With dance culture finally taking center stage in the US mainstream, eyes are turning increasingly toward the country’s pioneering history in forging the art form, with Detroit and Chicago emphasized as crucial starting points for the dancefloor.
New York City’s legendary early club scene is also a talking point this year, with dance legend Moby speaking about the “dysfunctional, filthy, wonderful, degenerate paradise” of his early days in the city. For those seeking a little more history, Red Bull Music Academy has obliged with a report on how the city’s club scene helped launch the house music revolution.
“By 1983, New York’s musical landscape was changing,” the in-depth exploration begins.
“Disco, New York’s first great contribution to the evolution of dance music, had morphed into boogie, while new mutant genres—based around syncopated drum machine rhythms and the futuristic shimmer of bold synthesizer lines, rather than orchestral arrangements and re-purposed soul musicians—were beginning to make their mark.”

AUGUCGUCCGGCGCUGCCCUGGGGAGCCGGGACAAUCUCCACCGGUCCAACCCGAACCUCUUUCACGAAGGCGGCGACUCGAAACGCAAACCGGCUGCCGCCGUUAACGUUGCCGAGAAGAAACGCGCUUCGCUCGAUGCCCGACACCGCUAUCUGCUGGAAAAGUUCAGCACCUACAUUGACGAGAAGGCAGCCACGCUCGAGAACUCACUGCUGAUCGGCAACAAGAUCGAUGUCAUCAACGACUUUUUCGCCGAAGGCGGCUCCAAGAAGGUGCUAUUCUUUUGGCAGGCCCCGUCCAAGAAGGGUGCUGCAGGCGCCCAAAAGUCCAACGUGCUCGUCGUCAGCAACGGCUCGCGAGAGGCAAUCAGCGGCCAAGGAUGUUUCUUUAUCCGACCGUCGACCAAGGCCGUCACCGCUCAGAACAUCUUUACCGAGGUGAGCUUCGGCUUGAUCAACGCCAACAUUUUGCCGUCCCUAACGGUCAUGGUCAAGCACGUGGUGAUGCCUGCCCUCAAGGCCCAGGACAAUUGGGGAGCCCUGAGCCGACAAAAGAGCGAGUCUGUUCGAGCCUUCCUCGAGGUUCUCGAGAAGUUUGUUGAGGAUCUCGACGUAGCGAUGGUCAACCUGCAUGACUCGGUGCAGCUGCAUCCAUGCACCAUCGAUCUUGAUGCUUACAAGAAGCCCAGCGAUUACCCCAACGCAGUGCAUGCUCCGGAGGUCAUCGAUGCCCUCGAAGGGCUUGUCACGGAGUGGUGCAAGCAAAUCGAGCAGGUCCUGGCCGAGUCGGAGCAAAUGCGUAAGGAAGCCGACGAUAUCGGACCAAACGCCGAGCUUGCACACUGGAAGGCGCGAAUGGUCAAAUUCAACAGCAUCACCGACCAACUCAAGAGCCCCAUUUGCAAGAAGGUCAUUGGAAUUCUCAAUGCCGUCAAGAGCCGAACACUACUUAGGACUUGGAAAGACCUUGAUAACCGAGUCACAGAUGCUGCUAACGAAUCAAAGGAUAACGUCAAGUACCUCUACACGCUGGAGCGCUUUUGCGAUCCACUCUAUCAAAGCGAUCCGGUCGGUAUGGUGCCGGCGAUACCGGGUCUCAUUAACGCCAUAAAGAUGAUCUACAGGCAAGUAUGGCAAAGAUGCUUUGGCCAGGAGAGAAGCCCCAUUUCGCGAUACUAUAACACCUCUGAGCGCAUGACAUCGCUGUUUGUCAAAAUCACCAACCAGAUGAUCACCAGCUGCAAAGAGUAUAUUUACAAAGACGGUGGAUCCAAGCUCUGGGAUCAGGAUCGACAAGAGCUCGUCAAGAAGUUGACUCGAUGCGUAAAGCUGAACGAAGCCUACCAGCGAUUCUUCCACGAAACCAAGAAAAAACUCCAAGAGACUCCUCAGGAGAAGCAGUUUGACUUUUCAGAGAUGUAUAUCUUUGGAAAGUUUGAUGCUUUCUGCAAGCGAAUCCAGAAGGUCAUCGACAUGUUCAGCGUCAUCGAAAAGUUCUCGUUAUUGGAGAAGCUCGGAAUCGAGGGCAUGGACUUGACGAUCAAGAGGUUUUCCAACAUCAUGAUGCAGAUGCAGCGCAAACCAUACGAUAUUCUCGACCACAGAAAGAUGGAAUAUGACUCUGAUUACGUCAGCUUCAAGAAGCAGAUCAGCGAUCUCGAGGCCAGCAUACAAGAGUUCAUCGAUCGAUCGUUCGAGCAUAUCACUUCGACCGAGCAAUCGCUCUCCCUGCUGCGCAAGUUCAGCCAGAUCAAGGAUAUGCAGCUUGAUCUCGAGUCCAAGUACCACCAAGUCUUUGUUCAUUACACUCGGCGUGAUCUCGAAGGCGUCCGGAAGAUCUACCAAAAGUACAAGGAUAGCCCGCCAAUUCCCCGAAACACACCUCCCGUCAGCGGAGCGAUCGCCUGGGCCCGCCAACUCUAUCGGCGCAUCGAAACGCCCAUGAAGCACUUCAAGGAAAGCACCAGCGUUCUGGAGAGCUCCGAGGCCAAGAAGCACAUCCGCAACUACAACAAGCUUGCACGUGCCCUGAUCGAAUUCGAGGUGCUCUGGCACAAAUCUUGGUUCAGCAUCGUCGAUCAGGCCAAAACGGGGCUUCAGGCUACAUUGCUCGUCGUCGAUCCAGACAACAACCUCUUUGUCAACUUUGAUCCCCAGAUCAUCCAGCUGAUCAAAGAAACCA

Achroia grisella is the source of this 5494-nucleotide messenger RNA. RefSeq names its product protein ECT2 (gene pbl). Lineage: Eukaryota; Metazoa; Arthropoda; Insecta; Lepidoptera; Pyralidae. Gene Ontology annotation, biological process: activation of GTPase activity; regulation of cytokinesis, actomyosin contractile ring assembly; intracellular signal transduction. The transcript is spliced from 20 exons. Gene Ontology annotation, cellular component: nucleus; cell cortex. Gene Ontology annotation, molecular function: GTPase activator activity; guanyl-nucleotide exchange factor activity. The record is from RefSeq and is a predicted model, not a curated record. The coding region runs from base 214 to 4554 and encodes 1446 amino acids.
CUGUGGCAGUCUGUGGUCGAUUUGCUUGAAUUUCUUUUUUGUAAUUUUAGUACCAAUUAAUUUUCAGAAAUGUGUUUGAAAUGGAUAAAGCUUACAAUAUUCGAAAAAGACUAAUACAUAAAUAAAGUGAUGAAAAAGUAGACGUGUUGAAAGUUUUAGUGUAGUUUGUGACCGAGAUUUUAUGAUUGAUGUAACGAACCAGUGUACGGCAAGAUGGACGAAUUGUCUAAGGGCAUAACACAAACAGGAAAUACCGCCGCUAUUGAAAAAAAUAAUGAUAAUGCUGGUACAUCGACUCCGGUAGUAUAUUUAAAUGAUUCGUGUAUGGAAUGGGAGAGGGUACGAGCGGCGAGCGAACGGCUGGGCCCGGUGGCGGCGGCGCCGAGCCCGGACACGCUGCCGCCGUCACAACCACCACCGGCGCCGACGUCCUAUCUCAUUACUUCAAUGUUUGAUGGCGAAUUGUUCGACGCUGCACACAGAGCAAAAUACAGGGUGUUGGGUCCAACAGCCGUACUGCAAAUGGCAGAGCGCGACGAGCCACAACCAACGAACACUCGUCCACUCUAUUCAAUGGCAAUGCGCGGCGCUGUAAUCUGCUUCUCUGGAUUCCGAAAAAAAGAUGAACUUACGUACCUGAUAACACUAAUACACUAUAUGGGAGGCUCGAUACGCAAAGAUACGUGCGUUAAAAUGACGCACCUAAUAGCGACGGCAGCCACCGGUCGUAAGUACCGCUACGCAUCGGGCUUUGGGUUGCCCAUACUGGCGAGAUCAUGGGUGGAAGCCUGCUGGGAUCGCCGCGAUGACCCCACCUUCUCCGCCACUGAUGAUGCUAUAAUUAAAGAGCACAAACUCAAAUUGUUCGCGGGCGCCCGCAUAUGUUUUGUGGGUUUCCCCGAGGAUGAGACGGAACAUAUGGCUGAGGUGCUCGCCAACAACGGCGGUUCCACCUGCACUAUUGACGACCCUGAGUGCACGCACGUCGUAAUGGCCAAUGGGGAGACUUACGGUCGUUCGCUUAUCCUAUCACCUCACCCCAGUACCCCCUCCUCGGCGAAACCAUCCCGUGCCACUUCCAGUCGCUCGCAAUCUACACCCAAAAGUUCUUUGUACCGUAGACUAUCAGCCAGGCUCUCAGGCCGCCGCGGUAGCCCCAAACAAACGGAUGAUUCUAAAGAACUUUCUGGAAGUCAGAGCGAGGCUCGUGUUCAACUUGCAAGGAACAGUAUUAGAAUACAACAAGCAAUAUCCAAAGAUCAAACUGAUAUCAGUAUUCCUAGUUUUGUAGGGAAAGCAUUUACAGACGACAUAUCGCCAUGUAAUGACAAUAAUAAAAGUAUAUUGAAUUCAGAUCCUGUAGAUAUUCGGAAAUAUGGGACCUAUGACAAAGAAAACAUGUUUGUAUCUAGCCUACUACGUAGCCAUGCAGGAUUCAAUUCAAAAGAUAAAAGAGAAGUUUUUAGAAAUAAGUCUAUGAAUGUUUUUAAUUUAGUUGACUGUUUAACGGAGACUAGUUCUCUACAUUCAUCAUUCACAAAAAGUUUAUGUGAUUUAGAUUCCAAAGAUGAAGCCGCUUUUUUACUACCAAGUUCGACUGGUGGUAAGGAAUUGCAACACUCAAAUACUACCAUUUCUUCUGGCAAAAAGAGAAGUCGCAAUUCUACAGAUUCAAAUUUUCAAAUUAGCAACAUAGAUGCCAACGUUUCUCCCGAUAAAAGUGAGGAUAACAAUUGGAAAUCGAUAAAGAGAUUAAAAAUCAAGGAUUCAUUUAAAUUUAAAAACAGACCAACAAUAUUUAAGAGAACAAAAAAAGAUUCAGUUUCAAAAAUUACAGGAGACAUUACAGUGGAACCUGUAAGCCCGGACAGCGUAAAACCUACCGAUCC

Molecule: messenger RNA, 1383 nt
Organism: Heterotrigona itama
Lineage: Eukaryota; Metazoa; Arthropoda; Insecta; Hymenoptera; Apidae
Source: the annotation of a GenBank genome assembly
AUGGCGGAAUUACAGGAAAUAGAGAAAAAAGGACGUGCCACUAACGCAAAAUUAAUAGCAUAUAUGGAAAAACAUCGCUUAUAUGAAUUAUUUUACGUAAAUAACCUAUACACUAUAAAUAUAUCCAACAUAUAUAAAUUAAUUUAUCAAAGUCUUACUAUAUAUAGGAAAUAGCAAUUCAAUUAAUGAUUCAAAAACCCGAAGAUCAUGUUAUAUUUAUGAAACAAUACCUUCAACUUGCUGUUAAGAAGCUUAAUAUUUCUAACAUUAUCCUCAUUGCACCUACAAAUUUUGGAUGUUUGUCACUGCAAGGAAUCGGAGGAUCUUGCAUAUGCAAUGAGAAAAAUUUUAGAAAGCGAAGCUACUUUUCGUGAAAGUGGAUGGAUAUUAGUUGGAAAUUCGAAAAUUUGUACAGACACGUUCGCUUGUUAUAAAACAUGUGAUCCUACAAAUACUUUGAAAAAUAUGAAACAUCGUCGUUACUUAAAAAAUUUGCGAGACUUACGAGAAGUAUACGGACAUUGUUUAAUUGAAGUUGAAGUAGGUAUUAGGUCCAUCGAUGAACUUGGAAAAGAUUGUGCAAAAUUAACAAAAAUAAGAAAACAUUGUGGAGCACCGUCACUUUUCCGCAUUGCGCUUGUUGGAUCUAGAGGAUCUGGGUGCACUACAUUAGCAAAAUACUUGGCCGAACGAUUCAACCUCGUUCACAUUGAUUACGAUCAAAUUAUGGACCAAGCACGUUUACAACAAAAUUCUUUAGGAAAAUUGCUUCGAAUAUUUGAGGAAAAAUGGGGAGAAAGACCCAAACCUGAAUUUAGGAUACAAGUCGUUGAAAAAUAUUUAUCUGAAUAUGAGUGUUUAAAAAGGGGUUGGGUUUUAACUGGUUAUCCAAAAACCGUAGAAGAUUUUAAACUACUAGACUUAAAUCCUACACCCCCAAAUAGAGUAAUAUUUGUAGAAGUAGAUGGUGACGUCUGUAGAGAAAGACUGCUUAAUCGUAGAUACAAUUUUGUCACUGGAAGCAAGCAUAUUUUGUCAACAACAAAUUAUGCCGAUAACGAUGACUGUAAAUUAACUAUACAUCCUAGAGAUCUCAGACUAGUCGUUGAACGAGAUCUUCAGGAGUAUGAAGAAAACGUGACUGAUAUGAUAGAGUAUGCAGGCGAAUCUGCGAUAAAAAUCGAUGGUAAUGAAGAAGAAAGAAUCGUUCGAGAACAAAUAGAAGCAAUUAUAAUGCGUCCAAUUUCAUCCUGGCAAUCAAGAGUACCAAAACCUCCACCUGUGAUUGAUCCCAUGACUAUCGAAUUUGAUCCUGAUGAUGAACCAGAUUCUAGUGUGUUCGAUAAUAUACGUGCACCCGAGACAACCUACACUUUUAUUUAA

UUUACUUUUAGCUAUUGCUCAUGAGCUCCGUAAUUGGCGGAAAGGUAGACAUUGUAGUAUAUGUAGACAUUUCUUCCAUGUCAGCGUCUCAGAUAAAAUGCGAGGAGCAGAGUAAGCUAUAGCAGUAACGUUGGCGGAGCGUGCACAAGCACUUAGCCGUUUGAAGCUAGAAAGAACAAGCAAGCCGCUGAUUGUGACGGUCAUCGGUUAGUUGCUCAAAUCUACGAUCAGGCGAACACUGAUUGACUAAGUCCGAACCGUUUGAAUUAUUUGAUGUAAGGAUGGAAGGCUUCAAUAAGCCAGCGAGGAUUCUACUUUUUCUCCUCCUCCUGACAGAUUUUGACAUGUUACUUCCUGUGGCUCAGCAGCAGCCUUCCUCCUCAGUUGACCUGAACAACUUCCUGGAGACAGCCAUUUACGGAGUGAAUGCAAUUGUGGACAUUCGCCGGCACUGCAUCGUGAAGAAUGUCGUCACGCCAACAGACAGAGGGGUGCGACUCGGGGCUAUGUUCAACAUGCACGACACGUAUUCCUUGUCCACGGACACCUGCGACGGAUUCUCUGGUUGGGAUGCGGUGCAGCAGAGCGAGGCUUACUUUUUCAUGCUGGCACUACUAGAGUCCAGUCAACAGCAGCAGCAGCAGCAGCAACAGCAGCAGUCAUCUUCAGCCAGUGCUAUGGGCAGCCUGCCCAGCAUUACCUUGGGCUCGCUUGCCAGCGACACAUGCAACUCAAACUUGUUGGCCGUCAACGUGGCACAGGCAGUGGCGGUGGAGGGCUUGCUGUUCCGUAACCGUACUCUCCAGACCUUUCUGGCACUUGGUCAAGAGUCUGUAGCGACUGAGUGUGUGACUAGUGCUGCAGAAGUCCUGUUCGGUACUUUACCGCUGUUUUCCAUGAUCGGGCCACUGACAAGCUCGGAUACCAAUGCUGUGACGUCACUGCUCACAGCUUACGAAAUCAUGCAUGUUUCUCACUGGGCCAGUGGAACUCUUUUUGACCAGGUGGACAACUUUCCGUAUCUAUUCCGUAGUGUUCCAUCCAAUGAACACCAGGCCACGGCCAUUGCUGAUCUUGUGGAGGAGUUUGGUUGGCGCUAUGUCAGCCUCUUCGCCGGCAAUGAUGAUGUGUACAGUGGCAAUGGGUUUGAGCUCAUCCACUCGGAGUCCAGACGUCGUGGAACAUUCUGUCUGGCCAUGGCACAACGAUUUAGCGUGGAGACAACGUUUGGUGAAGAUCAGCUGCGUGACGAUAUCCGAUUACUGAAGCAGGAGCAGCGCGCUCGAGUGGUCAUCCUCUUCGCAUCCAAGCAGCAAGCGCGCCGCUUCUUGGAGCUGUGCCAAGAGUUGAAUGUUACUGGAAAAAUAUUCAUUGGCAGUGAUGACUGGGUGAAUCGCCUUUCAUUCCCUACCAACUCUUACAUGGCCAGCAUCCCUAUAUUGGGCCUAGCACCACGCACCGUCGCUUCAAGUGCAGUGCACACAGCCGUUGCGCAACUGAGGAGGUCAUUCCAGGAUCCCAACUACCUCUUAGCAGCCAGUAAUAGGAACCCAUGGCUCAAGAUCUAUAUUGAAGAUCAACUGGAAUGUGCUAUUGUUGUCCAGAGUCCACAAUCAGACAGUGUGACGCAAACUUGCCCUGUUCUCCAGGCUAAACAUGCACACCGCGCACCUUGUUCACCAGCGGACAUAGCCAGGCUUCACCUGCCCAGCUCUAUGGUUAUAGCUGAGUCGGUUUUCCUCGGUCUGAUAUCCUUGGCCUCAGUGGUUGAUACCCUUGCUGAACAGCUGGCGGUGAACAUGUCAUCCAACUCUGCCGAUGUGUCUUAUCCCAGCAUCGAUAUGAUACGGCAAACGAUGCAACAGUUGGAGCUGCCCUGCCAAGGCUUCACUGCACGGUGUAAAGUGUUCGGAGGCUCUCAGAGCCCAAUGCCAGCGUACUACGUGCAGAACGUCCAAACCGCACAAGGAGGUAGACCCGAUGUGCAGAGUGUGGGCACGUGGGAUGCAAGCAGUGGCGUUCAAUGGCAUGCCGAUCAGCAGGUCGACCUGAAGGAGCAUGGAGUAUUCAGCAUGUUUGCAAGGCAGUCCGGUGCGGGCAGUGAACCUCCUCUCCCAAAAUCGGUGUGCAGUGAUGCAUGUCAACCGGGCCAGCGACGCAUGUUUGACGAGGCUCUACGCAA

At the center of this burgeoning new sound was the Paradise Garage, one of the world’s most iconic early house clubs, with the late legendary Larry Levan leading the charge. The report speaks to a number of Levan’s DJ/producer contemporaries, such as Kenny Carpenter, who followed in his wake.
“One of the biggest teachers we had was Larry Levan,” Carpenter says. “That’s really how many people learned to produce music, by listening to what Larry was doing, and how music sounded at those clubs—not just the Garage, but the Loft, too.”
“People who had little musical experience all of a sudden decided that they wanted to produce their own music,” Carpenter adds later in the piece. “They had to play synthesizers, even if they had no musical background. That’s what made those records so sparse.”
Red Bull Music Academy continues to explore some of those early formative records that helped shaped the NYC dancefloors, such as Boyd Jarvis’ “The Music Got Me,” with the story speaking to some of the different DJs and producers involved.
“With its restless rhythm, relentless synth bassline and cascading melody, it was a sign of what would follow, both in New York and elsewhere. In hindsight, it sounds like house music—albeit released two years before the first Chicago experiments reached record stores.”